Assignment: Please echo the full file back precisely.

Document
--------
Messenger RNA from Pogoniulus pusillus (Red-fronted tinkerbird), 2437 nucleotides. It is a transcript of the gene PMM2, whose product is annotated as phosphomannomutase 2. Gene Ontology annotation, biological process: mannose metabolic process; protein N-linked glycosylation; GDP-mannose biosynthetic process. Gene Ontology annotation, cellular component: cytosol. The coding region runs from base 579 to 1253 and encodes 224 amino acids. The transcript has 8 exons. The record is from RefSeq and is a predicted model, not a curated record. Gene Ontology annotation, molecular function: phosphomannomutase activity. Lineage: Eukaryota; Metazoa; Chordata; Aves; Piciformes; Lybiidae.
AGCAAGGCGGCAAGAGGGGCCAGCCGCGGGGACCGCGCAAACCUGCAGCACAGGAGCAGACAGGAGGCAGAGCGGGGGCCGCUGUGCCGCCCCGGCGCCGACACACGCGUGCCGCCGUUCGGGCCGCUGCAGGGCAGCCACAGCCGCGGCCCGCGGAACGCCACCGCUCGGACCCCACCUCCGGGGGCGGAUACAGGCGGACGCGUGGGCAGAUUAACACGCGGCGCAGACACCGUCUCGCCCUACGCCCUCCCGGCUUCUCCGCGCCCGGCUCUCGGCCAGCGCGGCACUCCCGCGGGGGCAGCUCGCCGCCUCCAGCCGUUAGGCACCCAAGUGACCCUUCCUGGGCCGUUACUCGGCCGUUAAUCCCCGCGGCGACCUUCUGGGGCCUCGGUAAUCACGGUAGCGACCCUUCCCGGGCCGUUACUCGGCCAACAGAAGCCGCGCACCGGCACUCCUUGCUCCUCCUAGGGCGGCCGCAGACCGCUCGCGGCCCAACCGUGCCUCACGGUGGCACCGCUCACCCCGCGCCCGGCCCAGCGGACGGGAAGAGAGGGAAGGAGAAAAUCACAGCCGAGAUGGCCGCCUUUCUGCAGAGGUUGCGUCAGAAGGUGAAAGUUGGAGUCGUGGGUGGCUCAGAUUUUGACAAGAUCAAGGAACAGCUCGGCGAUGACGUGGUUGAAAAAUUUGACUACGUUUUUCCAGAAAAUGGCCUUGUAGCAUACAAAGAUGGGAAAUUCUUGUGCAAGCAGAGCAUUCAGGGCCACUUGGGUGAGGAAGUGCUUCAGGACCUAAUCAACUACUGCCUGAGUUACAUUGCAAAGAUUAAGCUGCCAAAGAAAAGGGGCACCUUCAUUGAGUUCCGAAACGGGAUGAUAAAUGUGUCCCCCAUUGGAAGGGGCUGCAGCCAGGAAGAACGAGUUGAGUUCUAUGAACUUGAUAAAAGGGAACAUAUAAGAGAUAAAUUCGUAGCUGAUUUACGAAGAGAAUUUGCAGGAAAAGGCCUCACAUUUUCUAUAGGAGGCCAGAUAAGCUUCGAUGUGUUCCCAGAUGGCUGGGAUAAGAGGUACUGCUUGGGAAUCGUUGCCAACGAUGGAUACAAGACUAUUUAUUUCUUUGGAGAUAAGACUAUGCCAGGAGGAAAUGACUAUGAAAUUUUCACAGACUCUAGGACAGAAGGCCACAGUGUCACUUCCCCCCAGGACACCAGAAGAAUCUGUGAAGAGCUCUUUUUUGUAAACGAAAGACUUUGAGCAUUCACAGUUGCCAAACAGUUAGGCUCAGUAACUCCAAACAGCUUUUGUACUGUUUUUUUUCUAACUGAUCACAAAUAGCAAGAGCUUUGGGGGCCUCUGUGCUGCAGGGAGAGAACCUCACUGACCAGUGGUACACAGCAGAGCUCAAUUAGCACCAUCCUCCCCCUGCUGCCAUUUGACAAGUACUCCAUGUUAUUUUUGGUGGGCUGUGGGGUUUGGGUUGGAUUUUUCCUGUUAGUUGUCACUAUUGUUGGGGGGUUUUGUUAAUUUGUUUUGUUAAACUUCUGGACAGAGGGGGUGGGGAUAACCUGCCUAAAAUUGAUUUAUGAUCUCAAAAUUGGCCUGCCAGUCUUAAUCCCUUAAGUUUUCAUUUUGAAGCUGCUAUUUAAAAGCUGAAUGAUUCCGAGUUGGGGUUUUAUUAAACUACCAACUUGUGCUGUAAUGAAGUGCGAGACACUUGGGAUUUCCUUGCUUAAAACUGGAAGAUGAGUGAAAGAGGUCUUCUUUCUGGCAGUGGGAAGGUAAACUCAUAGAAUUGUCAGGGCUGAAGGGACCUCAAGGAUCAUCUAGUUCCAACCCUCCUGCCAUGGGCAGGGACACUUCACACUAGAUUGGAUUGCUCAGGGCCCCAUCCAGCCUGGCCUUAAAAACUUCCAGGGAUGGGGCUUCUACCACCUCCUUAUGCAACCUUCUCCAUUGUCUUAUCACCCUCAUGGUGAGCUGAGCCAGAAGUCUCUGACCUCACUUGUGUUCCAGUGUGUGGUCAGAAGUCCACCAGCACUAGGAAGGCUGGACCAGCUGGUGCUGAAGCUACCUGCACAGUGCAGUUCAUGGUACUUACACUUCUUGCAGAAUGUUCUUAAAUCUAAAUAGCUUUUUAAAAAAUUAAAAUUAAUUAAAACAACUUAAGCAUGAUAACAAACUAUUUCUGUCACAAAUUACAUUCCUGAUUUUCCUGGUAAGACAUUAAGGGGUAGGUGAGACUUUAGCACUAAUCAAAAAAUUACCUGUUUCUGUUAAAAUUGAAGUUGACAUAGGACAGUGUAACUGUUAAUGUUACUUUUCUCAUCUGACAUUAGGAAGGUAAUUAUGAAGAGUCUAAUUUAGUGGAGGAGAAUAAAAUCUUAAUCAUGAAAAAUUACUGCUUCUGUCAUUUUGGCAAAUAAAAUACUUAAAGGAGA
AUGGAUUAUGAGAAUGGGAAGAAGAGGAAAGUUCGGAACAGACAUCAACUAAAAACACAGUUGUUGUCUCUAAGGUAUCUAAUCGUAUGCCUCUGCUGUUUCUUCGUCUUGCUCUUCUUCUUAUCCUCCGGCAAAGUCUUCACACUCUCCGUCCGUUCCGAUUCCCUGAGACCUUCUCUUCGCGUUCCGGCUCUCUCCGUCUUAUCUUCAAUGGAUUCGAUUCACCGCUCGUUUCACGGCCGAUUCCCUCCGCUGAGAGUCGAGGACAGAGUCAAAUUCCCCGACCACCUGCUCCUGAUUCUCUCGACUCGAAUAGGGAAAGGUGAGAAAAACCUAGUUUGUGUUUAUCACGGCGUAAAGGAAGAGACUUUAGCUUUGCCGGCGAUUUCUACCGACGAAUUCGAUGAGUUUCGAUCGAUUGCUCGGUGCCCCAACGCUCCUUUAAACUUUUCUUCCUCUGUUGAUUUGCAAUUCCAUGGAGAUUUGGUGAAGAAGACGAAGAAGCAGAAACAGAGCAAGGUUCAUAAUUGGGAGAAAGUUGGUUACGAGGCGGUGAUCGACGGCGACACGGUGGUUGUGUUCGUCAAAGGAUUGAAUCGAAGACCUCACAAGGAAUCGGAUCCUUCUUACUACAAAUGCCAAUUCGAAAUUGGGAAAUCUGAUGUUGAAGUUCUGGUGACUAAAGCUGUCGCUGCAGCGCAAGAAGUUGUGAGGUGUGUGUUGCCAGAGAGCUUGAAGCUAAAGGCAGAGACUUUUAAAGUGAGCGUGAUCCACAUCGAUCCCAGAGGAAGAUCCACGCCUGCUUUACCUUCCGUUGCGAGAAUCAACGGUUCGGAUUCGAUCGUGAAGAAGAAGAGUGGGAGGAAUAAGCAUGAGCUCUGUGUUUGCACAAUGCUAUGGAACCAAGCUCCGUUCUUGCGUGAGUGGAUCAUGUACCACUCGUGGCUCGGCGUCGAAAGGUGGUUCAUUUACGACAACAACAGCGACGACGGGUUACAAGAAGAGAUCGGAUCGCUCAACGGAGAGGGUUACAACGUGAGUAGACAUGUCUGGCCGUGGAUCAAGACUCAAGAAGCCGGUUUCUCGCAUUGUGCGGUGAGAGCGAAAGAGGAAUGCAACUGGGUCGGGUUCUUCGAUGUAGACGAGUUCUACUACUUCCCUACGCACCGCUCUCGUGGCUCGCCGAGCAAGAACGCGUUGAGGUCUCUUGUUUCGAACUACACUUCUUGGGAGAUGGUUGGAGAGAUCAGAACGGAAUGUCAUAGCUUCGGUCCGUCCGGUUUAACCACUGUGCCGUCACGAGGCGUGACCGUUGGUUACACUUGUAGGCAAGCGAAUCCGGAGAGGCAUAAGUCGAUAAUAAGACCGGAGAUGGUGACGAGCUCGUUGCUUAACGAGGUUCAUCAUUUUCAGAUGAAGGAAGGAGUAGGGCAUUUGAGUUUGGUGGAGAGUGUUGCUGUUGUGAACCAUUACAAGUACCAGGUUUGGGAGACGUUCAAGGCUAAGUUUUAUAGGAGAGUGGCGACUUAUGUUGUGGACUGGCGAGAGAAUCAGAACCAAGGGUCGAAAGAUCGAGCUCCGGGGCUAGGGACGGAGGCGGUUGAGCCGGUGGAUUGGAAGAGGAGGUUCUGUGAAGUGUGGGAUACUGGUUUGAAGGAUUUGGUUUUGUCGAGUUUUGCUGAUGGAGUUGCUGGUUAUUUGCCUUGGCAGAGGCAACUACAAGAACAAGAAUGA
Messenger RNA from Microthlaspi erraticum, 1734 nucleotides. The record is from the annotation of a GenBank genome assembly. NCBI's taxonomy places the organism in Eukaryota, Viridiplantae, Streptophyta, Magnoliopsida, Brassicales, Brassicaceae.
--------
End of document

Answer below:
Messenger RNA from Pogoniulus pusillus (Red-fronted tinkerbird), 2437 nucleotides. It is a transcript of the gene PMM2, whose product is annotated as phosphomannomutase 2. Gene Ontology annotation, biological process: mannose metabolic process; protein N-linked glycosylation; GDP-mannose biosynthetic process. Gene Ontology annotation, cellular component: cytosol. The coding region runs from base 579 to 1253 and encodes 224 amino acids. The transcript has 8 exons. The record is from RefSeq and is a predicted model, not a curated record. Gene Ontology annotation, molecular function: phosphomannomutase activity. Lineage: Eukaryota; Metazoa; Chordata; Aves; Piciformes; Lybiidae.
AGCAAGGCGGCAAGAGGGGCCAGCCGCGGGGACCGCGCAAACCUGCAGCACAGGAGCAGACAGGAGGCAGAGCGGGGGCCGCUGUGCCGCCCCGGCGCCGACACACGCGUGCCGCCGUUCGGGCCGCUGCAGGGCAGCCACAGCCGCGGCCCGCGGAACGCCACCGCUCGGACCCCACCUCCGGGGGCGGAUACAGGCGGACGCGUGGGCAGAUUAACACGCGGCGCAGACACCGUCUCGCCCUACGCCCUCCCGGCUUCUCCGCGCCCGGCUCUCGGCCAGCGCGGCACUCCCGCGGGGGCAGCUCGCCGCCUCCAGCCGUUAGGCACCCAAGUGACCCUUCCUGGGCCGUUACUCGGCCGUUAAUCCCCGCGGCGACCUUCUGGGGCCUCGGUAAUCACGGUAGCGACCCUUCCCGGGCCGUUACUCGGCCAACAGAAGCCGCGCACCGGCACUCCUUGCUCCUCCUAGGGCGGCCGCAGACCGCUCGCGGCCCAACCGUGCCUCACGGUGGCACCGCUCACCCCGCGCCCGGCCCAGCGGACGGGAAGAGAGGGAAGGAGAAAAUCACAGCCGAGAUGGCCGCCUUUCUGCAGAGGUUGCGUCAGAAGGUGAAAGUUGGAGUCGUGGGUGGCUCAGAUUUUGACAAGAUCAAGGAACAGCUCGGCGAUGACGUGGUUGAAAAAUUUGACUACGUUUUUCCAGAAAAUGGCCUUGUAGCAUACAAAGAUGGGAAAUUCUUGUGCAAGCAGAGCAUUCAGGGCCACUUGGGUGAGGAAGUGCUUCAGGACCUAAUCAACUACUGCCUGAGUUACAUUGCAAAGAUUAAGCUGCCAAAGAAAAGGGGCACCUUCAUUGAGUUCCGAAACGGGAUGAUAAAUGUGUCCCCCAUUGGAAGGGGCUGCAGCCAGGAAGAACGAGUUGAGUUCUAUGAACUUGAUAAAAGGGAACAUAUAAGAGAUAAAUUCGUAGCUGAUUUACGAAGAGAAUUUGCAGGAAAAGGCCUCACAUUUUCUAUAGGAGGCCAGAUAAGCUUCGAUGUGUUCCCAGAUGGCUGGGAUAAGAGGUACUGCUUGGGAAUCGUUGCCAACGAUGGAUACAAGACUAUUUAUUUCUUUGGAGAUAAGACUAUGCCAGGAGGAAAUGACUAUGAAAUUUUCACAGACUCUAGGACAGAAGGCCACAGUGUCACUUCCCCCCAGGACACCAGAAGAAUCUGUGAAGAGCUCUUUUUUGUAAACGAAAGACUUUGAGCAUUCACAGUUGCCAAACAGUUAGGCUCAGUAACUCCAAACAGCUUUUGUACUGUUUUUUUUCUAACUGAUCACAAAUAGCAAGAGCUUUGGGGGCCUCUGUGCUGCAGGGAGAGAACCUCACUGACCAGUGGUACACAGCAGAGCUCAAUUAGCACCAUCCUCCCCCUGCUGCCAUUUGACAAGUACUCCAUGUUAUUUUUGGUGGGCUGUGGGGUUUGGGUUGGAUUUUUCCUGUUAGUUGUCACUAUUGUUGGGGGGUUUUGUUAAUUUGUUUUGUUAAACUUCUGGACAGAGGGGGUGGGGAUAACCUGCCUAAAAUUGAUUUAUGAUCUCAAAAUUGGCCUGCCAGUCUUAAUCCCUUAAGUUUUCAUUUUGAAGCUGCUAUUUAAAAGCUGAAUGAUUCCGAGUUGGGGUUUUAUUAAACUACCAACUUGUGCUGUAAUGAAGUGCGAGACACUUGGGAUUUCCUUGCUUAAAACUGGAAGAUGAGUGAAAGAGGUCUUCUUUCUGGCAGUGGGAAGGUAAACUCAUAGAAUUGUCAGGGCUGAAGGGACCUCAAGGAUCAUCUAGUUCCAACCCUCCUGCCAUGGGCAGGGACACUUCACACUAGAUUGGAUUGCUCAGGGCCCCAUCCAGCCUGGCCUUAAAAACUUCCAGGGAUGGGGCUUCUACCACCUCCUUAUGCAACCUUCUCCAUUGUCUUAUCACCCUCAUGGUGAGCUGAGCCAGAAGUCUCUGACCUCACUUGUGUUCCAGUGUGUGGUCAGAAGUCCACCAGCACUAGGAAGGCUGGACCAGCUGGUGCUGAAGCUACCUGCACAGUGCAGUUCAUGGUACUUACACUUCUUGCAGAAUGUUCUUAAAUCUAAAUAGCUUUUUAAAAAAUUAAAAUUAAUUAAAACAACUUAAGCAUGAUAACAAACUAUUUCUGUCACAAAUUACAUUCCUGAUUUUCCUGGUAAGACAUUAAGGGGUAGGUGAGACUUUAGCACUAAUCAAAAAAUUACCUGUUUCUGUUAAAAUUGAAGUUGACAUAGGACAGUGUAACUGUUAAUGUUACUUUUCUCAUCUGACAUUAGGAAGGUAAUUAUGAAGAGUCUAAUUUAGUGGAGGAGAAUAAAAUCUUAAUCAUGAAAAAUUACUGCUUCUGUCAUUUUGGCAAAUAAAAUACUUAAAGGAGA
AUGGAUUAUGAGAAUGGGAAGAAGAGGAAAGUUCGGAACAGACAUCAACUAAAAACACAGUUGUUGUCUCUAAGGUAUCUAAUCGUAUGCCUCUGCUGUUUCUUCGUCUUGCUCUUCUUCUUAUCCUCCGGCAAAGUCUUCACACUCUCCGUCCGUUCCGAUUCCCUGAGACCUUCUCUUCGCGUUCCGGCUCUCUCCGUCUUAUCUUCAAUGGAUUCGAUUCACCGCUCGUUUCACGGCCGAUUCCCUCCGCUGAGAGUCGAGGACAGAGUCAAAUUCCCCGACCACCUGCUCCUGAUUCUCUCGACUCGAAUAGGGAAAGGUGAGAAAAACCUAGUUUGUGUUUAUCACGGCGUAAAGGAAGAGACUUUAGCUUUGCCGGCGAUUUCUACCGACGAAUUCGAUGAGUUUCGAUCGAUUGCUCGGUGCCCCAACGCUCCUUUAAACUUUUCUUCCUCUGUUGAUUUGCAAUUCCAUGGAGAUUUGGUGAAGAAGACGAAGAAGCAGAAACAGAGCAAGGUUCAUAAUUGGGAGAAAGUUGGUUACGAGGCGGUGAUCGACGGCGACACGGUGGUUGUGUUCGUCAAAGGAUUGAAUCGAAGACCUCACAAGGAAUCGGAUCCUUCUUACUACAAAUGCCAAUUCGAAAUUGGGAAAUCUGAUGUUGAAGUUCUGGUGACUAAAGCUGUCGCUGCAGCGCAAGAAGUUGUGAGGUGUGUGUUGCCAGAGAGCUUGAAGCUAAAGGCAGAGACUUUUAAAGUGAGCGUGAUCCACAUCGAUCCCAGAGGAAGAUCCACGCCUGCUUUACCUUCCGUUGCGAGAAUCAACGGUUCGGAUUCGAUCGUGAAGAAGAAGAGUGGGAGGAAUAAGCAUGAGCUCUGUGUUUGCACAAUGCUAUGGAACCAAGCUCCGUUCUUGCGUGAGUGGAUCAUGUACCACUCGUGGCUCGGCGUCGAAAGGUGGUUCAUUUACGACAACAACAGCGACGACGGGUUACAAGAAGAGAUCGGAUCGCUCAACGGAGAGGGUUACAACGUGAGUAGACAUGUCUGGCCGUGGAUCAAGACUCAAGAAGCCGGUUUCUCGCAUUGUGCGGUGAGAGCGAAAGAGGAAUGCAACUGGGUCGGGUUCUUCGAUGUAGACGAGUUCUACUACUUCCCUACGCACCGCUCUCGUGGCUCGCCGAGCAAGAACGCGUUGAGGUCUCUUGUUUCGAACUACACUUCUUGGGAGAUGGUUGGAGAGAUCAGAACGGAAUGUCAUAGCUUCGGUCCGUCCGGUUUAACCACUGUGCCGUCACGAGGCGUGACCGUUGGUUACACUUGUAGGCAAGCGAAUCCGGAGAGGCAUAAGUCGAUAAUAAGACCGGAGAUGGUGACGAGCUCGUUGCUUAACGAGGUUCAUCAUUUUCAGAUGAAGGAAGGAGUAGGGCAUUUGAGUUUGGUGGAGAGUGUUGCUGUUGUGAACCAUUACAAGUACCAGGUUUGGGAGACGUUCAAGGCUAAGUUUUAUAGGAGAGUGGCGACUUAUGUUGUGGACUGGCGAGAGAAUCAGAACCAAGGGUCGAAAGAUCGAGCUCCGGGGCUAGGGACGGAGGCGGUUGAGCCGGUGGAUUGGAAGAGGAGGUUCUGUGAAGUGUGGGAUACUGGUUUGAAGGAUUUGGUUUUGUCGAGUUUUGCUGAUGGAGUUGCUGGUUAUUUGCCUUGGCAGAGGCAACUACAAGAACAAGAAUGA
Messenger RNA from Microthlaspi erraticum, 1734 nucleotides. The record is from the annotation of a GenBank genome assembly. NCBI's taxonomy places the organism in Eukaryota, Viridiplantae, Streptophyta, Magnoliopsida, Brassicales, Brassicaceae.